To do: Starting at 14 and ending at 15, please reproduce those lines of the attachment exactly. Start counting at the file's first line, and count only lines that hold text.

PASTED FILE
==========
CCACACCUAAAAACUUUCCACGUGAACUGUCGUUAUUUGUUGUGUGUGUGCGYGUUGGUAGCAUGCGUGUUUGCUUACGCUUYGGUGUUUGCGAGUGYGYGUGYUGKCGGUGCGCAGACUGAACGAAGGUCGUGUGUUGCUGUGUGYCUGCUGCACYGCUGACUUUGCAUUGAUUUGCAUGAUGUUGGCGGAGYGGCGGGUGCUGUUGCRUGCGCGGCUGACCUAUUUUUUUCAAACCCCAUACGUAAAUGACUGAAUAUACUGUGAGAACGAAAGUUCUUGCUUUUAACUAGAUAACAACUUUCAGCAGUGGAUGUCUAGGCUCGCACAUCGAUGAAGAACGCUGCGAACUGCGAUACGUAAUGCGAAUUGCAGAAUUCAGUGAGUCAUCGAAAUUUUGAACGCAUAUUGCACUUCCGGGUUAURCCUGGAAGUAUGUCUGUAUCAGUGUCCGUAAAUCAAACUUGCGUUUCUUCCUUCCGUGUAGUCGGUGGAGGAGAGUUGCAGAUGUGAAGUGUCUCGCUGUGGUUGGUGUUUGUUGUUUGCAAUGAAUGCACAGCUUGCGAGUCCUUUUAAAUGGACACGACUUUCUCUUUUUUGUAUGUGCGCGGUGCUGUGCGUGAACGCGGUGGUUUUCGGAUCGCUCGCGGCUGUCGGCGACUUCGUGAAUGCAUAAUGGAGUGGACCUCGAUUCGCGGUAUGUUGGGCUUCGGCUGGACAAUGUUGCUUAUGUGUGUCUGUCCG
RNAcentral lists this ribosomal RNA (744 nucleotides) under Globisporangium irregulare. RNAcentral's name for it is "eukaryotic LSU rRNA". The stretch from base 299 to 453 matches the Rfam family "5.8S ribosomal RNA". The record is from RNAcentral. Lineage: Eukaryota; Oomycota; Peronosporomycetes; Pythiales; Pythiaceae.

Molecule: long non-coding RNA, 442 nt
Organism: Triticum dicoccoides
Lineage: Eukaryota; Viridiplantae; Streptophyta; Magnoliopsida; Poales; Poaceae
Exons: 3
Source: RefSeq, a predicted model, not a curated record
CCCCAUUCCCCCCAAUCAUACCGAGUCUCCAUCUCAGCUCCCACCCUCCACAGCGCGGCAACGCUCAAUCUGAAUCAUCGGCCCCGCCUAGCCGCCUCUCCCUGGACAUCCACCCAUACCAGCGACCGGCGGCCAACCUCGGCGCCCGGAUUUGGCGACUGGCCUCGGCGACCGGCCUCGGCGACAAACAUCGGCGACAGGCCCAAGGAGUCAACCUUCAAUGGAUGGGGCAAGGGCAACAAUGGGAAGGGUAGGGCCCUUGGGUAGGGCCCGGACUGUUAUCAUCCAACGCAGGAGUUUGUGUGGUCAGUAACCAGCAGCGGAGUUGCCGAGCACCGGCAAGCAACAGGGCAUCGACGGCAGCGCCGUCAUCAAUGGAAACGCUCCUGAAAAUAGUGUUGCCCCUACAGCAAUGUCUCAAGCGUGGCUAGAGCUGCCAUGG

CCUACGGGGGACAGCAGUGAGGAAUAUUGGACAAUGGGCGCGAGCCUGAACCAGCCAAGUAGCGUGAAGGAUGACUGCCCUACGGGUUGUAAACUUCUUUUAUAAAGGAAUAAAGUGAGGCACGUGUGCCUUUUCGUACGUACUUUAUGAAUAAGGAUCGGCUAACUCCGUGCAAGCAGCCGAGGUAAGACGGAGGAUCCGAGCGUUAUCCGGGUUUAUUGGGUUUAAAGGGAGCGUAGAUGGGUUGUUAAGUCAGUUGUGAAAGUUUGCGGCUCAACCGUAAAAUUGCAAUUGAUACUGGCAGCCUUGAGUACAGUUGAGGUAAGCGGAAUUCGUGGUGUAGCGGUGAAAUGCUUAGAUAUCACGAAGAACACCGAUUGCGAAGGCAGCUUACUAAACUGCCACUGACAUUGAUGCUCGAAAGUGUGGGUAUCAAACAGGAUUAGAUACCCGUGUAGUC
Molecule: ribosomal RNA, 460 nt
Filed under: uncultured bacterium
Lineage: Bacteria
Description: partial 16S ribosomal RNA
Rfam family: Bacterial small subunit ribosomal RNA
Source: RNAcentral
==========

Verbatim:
Rfam family: Bacterial small subunit ribosomal RNA
Source: RNAcentral